I would estimate that it’ll take the average person 3-4 months of full-time (8hrs/day) energy to get a single job offer.

For a video on the data job process check out Lessons Learned.

Will A Bootcamp Help Me Get A Job Afterward?

Yes, there are career services within most Bootcamps — resume help, application help, few network connections. Keep in mind that these bootcamps are processing 100s of students a year. They aren’t able to give personal attention to everyone.

Do not assume any future employer knows the name of your bootcamp, or really cares that you took one. They will care about YOU and what you can do for them. Not how you spent your last 12 weeks.

Think of a bootcamp as the prep process to the final show. You must be the one to get on stage and perform.

Should I Do A Remote Or In-Person Bootcamp?

My preference is for the in-person experience. I find that physically being surrounded by data nerds and a supportive environment helps people learn better.

However, given the current macro environment, or your personal situation, it’s not always possible to do in-person. This is fine and not a deal breaker. Whatever you choose, work hard.

Should I Do Part-Time Or Full-Time?

I’m a bit more opinionated on this front. It depends, but my preference is Full-Time.

If you’re trying to make a career change, then commit and go for it full-time. If you’re trying to learn a side-skill to improve your current toolkit, then do something on the side.

Doing full-time means you’ll need to leave your current job (and forego $). If this isn’t possible for you, part-time is ok. Again, whatever you choose, work hard.

Should I Do Income Deferred Or Pay Up Front?

Either option is fine. It’s a moot point in the long run.

But again, it depends on your situation. If you’re not able to come up with the cash to pay right away, then you can either 1) get a loan or 2) do income share.

Income shares generally go like this: Pay ~10% of your salary for the next 18 months up to $17K. Bootcamps prefer cash upfront (so they can use it), so you may have to pay more with income share.

Don’t forget opportunity cost: If you’re able to pay the $17K upfront, think about what else you could do with that money (like invest) if you held on to it for longer.

What Comes After A Data Bootcamp?

After a bootcamp you will (hopefully) have a job and start to see what data is like in the real world.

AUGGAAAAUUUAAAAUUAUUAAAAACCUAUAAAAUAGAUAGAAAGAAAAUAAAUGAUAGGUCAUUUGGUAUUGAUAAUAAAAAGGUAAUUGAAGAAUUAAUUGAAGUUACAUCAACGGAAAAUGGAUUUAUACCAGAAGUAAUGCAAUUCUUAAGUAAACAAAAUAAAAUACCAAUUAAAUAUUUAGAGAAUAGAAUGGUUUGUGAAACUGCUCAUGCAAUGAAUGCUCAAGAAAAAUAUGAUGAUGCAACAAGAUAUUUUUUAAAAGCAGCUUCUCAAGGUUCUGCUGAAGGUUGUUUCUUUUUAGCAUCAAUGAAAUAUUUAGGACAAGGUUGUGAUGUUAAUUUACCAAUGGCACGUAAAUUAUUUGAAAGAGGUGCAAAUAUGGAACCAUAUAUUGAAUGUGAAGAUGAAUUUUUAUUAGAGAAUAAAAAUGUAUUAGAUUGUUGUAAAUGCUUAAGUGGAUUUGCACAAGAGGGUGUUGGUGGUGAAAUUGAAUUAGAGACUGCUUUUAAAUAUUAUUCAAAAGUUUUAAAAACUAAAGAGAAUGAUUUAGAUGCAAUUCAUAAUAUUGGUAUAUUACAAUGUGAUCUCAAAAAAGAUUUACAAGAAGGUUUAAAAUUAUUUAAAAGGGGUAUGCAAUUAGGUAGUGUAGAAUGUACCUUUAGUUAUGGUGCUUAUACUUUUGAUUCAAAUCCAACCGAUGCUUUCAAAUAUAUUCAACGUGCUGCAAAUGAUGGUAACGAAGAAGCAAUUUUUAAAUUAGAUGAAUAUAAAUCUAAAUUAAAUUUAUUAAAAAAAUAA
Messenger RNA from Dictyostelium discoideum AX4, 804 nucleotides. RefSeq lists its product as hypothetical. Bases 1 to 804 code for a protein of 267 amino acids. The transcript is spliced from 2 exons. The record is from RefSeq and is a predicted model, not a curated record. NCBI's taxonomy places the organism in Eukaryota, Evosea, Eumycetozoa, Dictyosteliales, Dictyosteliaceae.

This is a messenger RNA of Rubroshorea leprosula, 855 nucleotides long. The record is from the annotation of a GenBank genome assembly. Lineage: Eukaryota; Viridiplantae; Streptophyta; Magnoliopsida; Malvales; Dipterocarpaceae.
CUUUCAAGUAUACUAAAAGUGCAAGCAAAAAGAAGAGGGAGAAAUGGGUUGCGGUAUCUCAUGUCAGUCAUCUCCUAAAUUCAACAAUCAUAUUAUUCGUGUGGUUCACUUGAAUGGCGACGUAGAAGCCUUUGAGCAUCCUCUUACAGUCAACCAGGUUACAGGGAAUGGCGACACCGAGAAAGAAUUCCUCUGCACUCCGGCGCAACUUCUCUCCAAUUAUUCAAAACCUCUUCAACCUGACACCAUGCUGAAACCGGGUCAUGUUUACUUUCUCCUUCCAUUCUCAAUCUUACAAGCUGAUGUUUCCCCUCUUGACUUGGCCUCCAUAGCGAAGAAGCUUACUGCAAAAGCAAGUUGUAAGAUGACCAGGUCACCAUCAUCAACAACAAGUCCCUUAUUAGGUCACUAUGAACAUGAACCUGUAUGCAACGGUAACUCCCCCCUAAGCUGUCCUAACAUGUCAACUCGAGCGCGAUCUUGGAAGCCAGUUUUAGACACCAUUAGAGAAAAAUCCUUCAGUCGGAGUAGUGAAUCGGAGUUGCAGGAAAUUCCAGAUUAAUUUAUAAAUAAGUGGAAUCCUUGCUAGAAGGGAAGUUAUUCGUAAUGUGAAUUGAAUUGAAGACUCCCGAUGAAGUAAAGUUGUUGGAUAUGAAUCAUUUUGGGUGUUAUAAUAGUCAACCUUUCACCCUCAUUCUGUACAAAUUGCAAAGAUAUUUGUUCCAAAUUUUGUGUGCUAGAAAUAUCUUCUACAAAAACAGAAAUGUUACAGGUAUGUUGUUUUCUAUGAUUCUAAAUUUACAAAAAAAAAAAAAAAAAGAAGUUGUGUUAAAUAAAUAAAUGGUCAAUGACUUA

Spoiler Alert: It’s messier and slower than you thought.

‘Doing data analysis’ is only 25% of your job and the rest is corporate fluff, or having meetings about your data.

After the bootcamp you will start at an entry or mid level data analyst or data scientist job. It’s rare your first job is the one you’ll like so expect to transition within 24-36 months. This is ok and it happens. After industry experience, you’ll be an actual data person (vs trying to act like one) and it’ll be easier to get a job.

Data careers are horizontal — you interact with many other departments (marketing, sales, product, etc.) within a company. You’ll have the luxury of finding your favorite and potentially shifting over.

You’ll then move on to mentoring other students, maybe write a blog post. Other people will call you a “data person.” You’ll realize that data isn’t the end game anymore, it’s business impact and movement. You’ll need to decide if you want to go into data/analytics management, or get deeper technically. Then 5 years later you’ll write a guide for other people who are considering making the bootcamp jump.

As A Bootcamp Graduate, Has It Been Worth It?

Simply put, my bootcamp experience changed my life.

It up-leveled my skills from an Excel monkey to a semi-technical data analyst/scientist. I was able to successfully transition out of my previous career (finance) and into product, data, and growth.

If I could go back, the only thing I would do differently is write about my experience more.

Where Can I Find Out More? Who Can I Talk To?

Head over to Google and type in the search “site:linkedin.com/in/ data scientist”

The site:linkedin.com/in/ part will scope your results to linkedin profiles, the data scientist part will show you people in the industry.

Message 20 of them, get on the phone with 5, and ask more questions.

Or if you want to chat – @dataindepedent